Barefoot, Netronome Shows Move to Edge Analytics


By: Michael Vizard

As more network processing moves from the core to edge a battle for control of the future of networking is playing out in the form of partnerships intended to marginalize incumbent vendors.

This week Barefoot Networks and Netronome extended their alliance to combine a Wedge 100BF switch based on the Tofino ASIC processors developed by Barefoot Networks and the network integration cards (NICs) created by Netronome to provide greater real time visibility into packets as they travel across an extended enterprise network.

As more network processing moves to the edge, the relationship between NICs and physical switches is changing, says Ron Renwick, senior director of product marketing for Netronome. More virtual switching functions are being processed on servers and the NIC cards attached to them. The alliance between Netronome and Barefoot Network provides greater visibility into the network packets processed on the server via integration between Netronome NICs and Barefoot Deep Insight, which applies Big Data analytics to real-time packet monitoring.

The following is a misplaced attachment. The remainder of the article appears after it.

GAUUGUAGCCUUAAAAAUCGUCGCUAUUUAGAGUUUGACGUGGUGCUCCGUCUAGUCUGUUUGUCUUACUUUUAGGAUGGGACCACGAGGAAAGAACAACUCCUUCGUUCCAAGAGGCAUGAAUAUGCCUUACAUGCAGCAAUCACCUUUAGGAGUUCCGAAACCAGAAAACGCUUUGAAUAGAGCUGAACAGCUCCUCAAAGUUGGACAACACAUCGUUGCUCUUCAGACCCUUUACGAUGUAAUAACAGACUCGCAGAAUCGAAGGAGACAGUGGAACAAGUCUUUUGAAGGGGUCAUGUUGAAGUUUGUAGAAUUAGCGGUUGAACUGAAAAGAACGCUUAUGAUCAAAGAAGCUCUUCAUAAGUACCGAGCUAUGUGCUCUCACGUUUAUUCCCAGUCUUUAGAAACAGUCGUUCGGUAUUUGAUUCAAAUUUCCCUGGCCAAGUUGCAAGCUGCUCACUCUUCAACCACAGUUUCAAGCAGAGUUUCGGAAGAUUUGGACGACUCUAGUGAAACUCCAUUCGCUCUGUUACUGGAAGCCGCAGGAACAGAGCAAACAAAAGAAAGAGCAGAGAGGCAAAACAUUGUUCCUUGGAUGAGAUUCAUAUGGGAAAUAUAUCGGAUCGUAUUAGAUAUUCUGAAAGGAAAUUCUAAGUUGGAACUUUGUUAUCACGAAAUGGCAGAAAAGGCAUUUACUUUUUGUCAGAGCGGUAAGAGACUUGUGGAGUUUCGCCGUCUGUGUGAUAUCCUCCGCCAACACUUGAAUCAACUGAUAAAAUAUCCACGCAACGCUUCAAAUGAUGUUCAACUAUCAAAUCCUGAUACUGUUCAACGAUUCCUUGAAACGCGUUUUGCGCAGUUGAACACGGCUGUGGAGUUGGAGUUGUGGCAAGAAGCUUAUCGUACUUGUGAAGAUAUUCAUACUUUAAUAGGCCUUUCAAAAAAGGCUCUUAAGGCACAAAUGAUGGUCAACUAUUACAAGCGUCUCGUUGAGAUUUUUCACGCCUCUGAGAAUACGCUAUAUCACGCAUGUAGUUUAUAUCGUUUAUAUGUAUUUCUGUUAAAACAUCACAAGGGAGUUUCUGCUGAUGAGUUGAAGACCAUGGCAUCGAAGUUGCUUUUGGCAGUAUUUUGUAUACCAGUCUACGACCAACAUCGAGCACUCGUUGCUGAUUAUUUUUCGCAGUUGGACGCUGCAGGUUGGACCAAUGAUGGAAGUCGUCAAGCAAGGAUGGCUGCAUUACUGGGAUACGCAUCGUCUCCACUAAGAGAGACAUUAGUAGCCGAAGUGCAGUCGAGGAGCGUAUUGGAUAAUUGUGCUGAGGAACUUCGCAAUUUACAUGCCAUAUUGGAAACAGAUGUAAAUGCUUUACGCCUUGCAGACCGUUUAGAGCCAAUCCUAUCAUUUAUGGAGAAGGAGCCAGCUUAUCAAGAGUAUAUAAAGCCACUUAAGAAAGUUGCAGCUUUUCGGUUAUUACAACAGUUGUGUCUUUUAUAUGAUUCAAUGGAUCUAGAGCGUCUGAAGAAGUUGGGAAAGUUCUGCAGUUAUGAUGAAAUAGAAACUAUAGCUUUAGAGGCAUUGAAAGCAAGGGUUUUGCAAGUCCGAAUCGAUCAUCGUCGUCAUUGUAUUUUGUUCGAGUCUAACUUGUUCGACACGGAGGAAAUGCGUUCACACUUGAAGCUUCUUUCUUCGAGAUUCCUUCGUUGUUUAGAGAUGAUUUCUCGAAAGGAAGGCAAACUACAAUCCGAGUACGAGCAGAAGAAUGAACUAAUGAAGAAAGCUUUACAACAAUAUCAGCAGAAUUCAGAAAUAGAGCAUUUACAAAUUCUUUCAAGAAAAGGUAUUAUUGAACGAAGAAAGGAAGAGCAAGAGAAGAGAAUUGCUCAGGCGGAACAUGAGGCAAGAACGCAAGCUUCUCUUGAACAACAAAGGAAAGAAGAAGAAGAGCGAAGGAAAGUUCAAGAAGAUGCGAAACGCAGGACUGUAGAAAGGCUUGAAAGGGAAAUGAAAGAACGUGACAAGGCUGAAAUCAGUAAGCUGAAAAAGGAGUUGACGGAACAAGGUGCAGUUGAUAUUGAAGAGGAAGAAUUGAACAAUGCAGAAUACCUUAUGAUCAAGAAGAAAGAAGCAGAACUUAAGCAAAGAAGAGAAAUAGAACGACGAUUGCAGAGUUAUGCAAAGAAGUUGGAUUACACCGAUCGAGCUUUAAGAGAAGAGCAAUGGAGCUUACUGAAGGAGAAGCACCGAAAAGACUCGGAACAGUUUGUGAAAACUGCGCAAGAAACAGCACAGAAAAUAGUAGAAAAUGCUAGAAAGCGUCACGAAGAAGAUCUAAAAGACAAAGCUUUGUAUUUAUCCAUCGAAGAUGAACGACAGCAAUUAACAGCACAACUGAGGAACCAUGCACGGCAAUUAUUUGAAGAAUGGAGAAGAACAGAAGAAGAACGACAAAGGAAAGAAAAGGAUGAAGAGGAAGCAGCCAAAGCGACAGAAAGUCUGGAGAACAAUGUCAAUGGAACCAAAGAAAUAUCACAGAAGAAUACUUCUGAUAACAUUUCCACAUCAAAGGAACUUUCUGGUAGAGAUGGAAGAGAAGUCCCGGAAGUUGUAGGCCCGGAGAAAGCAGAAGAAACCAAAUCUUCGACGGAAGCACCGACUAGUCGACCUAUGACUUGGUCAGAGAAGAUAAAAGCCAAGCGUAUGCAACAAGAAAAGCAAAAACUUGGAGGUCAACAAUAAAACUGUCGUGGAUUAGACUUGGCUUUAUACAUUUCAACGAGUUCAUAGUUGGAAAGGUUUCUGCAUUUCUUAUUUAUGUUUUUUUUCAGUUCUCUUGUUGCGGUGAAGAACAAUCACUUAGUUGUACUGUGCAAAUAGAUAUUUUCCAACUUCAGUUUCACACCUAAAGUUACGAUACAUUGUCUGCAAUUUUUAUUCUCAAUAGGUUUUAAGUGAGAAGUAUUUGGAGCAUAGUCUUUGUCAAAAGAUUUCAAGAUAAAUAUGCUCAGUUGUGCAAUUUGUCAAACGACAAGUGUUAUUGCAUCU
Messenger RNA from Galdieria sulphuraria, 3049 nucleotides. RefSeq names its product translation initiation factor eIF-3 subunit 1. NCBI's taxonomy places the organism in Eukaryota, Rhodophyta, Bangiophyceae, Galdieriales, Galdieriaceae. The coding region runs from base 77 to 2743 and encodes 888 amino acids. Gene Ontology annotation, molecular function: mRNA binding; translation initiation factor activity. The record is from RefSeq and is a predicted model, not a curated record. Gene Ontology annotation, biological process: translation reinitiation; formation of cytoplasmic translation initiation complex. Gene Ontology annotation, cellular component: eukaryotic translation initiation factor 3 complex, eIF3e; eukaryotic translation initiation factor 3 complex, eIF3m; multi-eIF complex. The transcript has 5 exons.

“This means that when it comes to packet processing the server is no longer a black box on the network,” says Renwick.

The extension of the alliance between Netronome and Barefoot Networks comes at a time when the Tofino processor is gaining traction. Both Neronome and Barefoot Networks are supporters of the P4 programming language that is emerging as a standard for developing programmable networking software and services. This week Barefoot Networks announced that the Open Compute Project’s (OCP) Software for Open Networking in the Cloud (SONiC) is now available on several Barefoot Tofino-based bare metal switching platforms. Barefoot Networks is also touting recent customer wins involving Alibaba Group (BAB), Baidu, and Tencent Holding, all of which provide cloud services in China.

Renwick says it’s now more a matter of when and how much network processing will move to the edge will move to the edge. That creates a significant challenge for incumbent switch providers that have a vested interest in processing as many packets at the core as possible, says Renwick.

In terms of how much network processing will move to the edge from the core the overall dynamics are still fluid. But as IT organizations continue to rely on one form of virtual switching or another running on the server level, the amount of intelligence that can be surfaced via the NICs attached to those servers becomes more significant with each passing day.